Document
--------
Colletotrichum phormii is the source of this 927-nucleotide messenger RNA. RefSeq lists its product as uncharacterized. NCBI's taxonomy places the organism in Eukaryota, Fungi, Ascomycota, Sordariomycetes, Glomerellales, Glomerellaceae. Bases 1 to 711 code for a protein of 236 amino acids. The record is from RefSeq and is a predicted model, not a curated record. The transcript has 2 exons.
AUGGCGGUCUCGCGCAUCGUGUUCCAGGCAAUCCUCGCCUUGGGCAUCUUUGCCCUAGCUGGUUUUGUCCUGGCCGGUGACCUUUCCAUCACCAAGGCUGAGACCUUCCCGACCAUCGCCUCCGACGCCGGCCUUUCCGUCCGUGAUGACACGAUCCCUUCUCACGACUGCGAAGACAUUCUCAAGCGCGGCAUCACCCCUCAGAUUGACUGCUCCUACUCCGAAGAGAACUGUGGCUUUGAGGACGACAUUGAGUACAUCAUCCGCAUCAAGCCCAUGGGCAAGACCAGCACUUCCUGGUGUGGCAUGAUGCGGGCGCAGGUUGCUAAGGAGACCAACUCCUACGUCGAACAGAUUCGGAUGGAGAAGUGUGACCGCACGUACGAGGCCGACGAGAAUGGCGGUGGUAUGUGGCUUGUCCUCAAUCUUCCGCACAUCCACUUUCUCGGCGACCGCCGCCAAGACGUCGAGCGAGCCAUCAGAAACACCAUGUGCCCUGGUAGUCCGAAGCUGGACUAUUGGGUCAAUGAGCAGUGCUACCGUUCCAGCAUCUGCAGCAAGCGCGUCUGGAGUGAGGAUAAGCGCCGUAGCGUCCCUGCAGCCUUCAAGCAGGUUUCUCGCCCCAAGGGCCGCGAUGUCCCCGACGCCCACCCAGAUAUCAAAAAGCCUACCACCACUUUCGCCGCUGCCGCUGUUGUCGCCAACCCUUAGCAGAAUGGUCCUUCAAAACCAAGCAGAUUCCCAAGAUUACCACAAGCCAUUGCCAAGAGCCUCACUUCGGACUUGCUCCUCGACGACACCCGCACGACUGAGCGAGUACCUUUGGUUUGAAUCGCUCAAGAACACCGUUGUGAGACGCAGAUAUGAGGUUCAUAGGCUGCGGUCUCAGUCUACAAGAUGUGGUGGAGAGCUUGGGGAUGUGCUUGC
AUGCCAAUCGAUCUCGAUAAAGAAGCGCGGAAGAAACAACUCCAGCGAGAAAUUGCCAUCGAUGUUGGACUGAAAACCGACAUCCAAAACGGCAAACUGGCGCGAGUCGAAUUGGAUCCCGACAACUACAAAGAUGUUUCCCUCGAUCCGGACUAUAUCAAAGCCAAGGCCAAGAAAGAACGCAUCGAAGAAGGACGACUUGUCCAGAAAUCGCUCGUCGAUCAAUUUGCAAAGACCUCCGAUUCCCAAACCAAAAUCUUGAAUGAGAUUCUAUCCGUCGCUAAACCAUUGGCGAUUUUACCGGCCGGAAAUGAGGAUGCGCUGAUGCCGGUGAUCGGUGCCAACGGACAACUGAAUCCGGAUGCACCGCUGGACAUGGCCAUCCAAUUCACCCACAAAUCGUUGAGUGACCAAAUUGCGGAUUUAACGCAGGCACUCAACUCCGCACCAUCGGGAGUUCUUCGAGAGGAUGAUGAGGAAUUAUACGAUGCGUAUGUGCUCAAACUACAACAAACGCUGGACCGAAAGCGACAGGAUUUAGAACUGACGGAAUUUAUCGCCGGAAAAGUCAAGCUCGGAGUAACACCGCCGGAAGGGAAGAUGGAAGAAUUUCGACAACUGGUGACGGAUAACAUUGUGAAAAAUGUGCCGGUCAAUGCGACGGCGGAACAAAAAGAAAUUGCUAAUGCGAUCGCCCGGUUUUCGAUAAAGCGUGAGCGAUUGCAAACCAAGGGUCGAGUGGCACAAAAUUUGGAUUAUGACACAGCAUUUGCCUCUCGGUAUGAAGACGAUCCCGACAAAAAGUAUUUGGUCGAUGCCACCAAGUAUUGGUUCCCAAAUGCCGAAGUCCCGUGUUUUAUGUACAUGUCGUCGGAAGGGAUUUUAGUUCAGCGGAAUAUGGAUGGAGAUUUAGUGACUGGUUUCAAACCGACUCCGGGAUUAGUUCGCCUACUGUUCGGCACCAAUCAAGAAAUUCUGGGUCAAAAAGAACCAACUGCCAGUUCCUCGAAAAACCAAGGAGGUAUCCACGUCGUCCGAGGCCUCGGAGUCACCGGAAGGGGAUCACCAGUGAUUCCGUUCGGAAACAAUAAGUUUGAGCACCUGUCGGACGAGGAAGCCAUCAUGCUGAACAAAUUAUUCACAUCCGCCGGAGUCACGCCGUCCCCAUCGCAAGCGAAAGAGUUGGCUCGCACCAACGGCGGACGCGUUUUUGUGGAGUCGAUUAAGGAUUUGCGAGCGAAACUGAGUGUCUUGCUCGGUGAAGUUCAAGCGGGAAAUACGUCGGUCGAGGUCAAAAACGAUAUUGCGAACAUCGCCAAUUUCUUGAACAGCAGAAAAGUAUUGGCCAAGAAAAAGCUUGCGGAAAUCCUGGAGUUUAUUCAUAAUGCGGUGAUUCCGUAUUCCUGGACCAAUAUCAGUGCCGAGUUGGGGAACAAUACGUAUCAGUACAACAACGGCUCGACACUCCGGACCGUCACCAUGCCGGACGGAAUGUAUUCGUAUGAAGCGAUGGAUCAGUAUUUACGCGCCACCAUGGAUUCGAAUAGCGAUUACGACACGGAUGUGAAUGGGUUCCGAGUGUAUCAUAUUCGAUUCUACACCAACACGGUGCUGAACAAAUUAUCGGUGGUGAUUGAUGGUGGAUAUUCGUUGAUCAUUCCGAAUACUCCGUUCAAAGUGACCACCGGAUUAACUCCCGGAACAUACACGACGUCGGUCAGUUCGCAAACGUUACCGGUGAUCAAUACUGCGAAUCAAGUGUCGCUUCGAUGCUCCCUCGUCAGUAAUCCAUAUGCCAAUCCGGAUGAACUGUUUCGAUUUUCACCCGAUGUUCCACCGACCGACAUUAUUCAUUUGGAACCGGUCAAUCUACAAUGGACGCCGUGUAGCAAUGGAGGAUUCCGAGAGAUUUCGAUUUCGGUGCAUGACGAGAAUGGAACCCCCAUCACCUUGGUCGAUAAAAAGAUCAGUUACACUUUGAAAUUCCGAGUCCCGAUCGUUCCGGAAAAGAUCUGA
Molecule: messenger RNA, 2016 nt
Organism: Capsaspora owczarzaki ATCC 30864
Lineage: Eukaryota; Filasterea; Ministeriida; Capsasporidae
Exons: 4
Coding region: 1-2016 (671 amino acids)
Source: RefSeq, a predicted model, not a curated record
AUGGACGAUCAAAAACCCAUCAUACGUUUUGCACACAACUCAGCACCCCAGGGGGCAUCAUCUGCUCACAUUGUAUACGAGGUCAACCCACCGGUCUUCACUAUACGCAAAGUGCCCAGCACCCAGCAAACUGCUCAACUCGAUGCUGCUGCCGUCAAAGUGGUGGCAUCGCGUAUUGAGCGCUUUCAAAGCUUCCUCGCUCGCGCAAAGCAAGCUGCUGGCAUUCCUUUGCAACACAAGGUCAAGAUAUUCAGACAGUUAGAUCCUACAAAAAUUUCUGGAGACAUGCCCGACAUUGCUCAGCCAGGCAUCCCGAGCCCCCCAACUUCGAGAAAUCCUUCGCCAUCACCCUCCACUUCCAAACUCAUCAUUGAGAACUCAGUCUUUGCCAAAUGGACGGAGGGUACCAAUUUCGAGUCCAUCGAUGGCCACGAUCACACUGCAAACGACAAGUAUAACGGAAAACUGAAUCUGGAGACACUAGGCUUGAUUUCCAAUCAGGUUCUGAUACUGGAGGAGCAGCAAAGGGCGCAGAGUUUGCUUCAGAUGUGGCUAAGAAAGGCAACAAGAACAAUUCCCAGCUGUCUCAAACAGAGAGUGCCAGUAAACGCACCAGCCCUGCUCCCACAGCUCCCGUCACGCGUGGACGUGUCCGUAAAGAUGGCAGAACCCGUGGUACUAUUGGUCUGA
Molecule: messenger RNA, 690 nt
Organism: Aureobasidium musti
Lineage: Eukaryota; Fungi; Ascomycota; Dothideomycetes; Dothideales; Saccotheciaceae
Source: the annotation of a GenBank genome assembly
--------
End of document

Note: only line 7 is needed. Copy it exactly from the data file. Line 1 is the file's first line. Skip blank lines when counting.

Exons: 4